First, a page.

Vasquez leads Delta Spirit at Lollapalooza (2012)
Photo credit: Brendan Shanley

Would you be able to put in a couple of words what those relationships were like, or was there anything in particular that you picked up?

I’m genuine fans of their music and I feel really like we’ve, to an extent, let each other in on how we like our stories. That’s a total privilege to do that, and to have that thing. Something that’s ours. There’s a mutual respect that’s different than it was, somebody that you’re just like bowled over because they’re famous and you’re just happy to be in the room. It’s more like a friend. The only intention was to make a song we liked, or to make your friend’s song that you already like, that you think’s really good – just not getting in the way of that. Kind of egoless. Those friendships matter way more than the predatory friendship-type stuff. The business is full of monetized relationships. I guess what I’m getting at is when you involve that, it takes a lot of trust on both sides of the street to let God in and let some art happen. It just takes special people. I don’t know exactly what that is, but I know that person cares about me, I care about them, and that it’s able to exist.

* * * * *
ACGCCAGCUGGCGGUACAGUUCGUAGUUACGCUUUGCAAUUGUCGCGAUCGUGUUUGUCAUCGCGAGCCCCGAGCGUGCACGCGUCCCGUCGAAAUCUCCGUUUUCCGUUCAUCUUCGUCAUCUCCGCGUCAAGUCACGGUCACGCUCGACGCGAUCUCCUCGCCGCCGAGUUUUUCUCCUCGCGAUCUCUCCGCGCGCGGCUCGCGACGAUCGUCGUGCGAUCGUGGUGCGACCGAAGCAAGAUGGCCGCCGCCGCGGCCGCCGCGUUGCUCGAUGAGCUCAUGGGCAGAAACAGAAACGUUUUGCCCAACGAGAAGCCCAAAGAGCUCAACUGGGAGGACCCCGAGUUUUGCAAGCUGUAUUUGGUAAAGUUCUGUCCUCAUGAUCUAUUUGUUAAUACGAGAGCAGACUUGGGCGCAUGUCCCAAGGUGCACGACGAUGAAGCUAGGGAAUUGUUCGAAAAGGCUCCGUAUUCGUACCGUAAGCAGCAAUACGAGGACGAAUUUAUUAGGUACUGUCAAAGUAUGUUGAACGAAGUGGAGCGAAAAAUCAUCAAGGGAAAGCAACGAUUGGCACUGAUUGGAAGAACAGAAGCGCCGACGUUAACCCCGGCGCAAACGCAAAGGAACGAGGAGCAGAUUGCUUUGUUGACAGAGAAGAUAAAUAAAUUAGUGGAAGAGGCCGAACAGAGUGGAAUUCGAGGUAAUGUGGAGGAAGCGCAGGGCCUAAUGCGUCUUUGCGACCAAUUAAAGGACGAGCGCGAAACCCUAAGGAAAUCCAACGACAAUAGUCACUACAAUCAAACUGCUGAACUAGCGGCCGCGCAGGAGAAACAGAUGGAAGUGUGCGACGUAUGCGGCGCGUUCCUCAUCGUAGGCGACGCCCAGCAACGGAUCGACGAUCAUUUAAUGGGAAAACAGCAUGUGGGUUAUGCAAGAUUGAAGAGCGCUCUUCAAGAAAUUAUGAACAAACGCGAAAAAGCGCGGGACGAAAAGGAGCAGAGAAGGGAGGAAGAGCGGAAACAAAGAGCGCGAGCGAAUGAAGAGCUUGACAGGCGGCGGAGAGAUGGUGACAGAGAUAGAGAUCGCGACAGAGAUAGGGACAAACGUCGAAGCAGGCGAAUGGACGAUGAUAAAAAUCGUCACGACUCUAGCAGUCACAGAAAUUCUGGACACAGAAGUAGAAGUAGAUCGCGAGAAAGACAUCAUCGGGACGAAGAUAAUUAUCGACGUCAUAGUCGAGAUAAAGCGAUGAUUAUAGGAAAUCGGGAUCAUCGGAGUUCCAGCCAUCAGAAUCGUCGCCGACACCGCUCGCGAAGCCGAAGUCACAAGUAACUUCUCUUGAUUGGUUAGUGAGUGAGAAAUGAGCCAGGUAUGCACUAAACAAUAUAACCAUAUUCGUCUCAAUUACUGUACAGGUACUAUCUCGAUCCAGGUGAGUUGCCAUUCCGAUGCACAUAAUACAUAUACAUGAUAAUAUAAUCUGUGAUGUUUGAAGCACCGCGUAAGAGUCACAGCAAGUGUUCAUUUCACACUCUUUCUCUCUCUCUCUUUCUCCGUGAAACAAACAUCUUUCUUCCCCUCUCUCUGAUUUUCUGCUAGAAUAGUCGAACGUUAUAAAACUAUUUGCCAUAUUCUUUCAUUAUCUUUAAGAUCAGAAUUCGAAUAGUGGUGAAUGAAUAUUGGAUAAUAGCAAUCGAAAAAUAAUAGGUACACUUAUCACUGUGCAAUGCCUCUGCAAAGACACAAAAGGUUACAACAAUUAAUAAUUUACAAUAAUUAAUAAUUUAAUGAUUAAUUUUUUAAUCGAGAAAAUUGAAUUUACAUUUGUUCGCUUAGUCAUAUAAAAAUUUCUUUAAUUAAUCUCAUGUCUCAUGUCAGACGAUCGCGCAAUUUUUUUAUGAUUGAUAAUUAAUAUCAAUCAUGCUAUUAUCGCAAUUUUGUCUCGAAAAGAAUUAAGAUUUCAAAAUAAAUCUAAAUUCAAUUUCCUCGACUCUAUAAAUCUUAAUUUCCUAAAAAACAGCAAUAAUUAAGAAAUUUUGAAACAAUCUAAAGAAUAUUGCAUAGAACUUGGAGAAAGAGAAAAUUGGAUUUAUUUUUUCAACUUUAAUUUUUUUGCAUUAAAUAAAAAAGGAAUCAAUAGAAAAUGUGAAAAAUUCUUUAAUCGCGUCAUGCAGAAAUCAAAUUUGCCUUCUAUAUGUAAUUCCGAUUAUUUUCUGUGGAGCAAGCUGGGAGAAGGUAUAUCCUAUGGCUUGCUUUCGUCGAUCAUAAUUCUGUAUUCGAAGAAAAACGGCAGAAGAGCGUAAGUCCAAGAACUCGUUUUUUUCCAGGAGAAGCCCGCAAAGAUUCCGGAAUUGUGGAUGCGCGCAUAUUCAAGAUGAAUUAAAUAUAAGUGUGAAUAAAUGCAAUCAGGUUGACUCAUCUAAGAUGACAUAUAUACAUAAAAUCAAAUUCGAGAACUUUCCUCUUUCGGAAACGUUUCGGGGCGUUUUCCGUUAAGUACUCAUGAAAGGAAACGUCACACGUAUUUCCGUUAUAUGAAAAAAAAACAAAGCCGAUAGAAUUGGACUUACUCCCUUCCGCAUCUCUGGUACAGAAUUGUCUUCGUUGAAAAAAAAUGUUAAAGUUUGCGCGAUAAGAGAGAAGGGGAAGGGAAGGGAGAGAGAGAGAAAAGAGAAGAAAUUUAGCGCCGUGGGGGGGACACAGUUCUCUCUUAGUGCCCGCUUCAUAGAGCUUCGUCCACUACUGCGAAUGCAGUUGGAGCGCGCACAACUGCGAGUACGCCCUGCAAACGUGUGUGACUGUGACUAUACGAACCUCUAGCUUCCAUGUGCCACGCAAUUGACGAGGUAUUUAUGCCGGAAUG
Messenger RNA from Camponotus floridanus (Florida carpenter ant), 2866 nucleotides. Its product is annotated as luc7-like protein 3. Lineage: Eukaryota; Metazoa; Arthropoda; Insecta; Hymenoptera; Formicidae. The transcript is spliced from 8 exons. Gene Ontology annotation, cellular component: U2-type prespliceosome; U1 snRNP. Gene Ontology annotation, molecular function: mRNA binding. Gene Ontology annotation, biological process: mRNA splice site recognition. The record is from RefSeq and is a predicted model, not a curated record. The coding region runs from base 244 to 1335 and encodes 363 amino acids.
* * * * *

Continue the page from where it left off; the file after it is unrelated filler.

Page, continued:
I totally get that. That’s probably really hard to make sense of, but it definitely feels real. I’m not sure that that’s clear to anyone when they’re 18.

No, definitely, not. I wasn’t 18. I was in my 20s, but I was also still stupid and immature, at the beginning point of that whole thing. With Delta Spirit in the early songs, there is this sound of discovery and the fun is, like, the sound of those moments is the actual chasing of new sounds. I think those are really cool. There’s no defined role.

It’s also interesting that it feels like the reward really is the creation, in a way. All the nonsense: the monetization, the fame, all the other stuff is completely irrelevant if you have the creative part of it.

For all the crazy shit Quincy Jones said two years ago, one thing he said was that he wanted to ring true in that. The second you start thinking about money in the studio, God leaves the room. He said some crazy stuff, but he’s so right about this part and I love him for it. That’s definitely in the attitude. I think with our band and our journey, it started in that vibe where we borrowed a friend’s cabin to record our first record. We were dumpster diving and buying Trader Joe’s two buck Chuck, we made a record in this funny cabin (called “Delta Spirit”), progressively making these records that sounded better and better.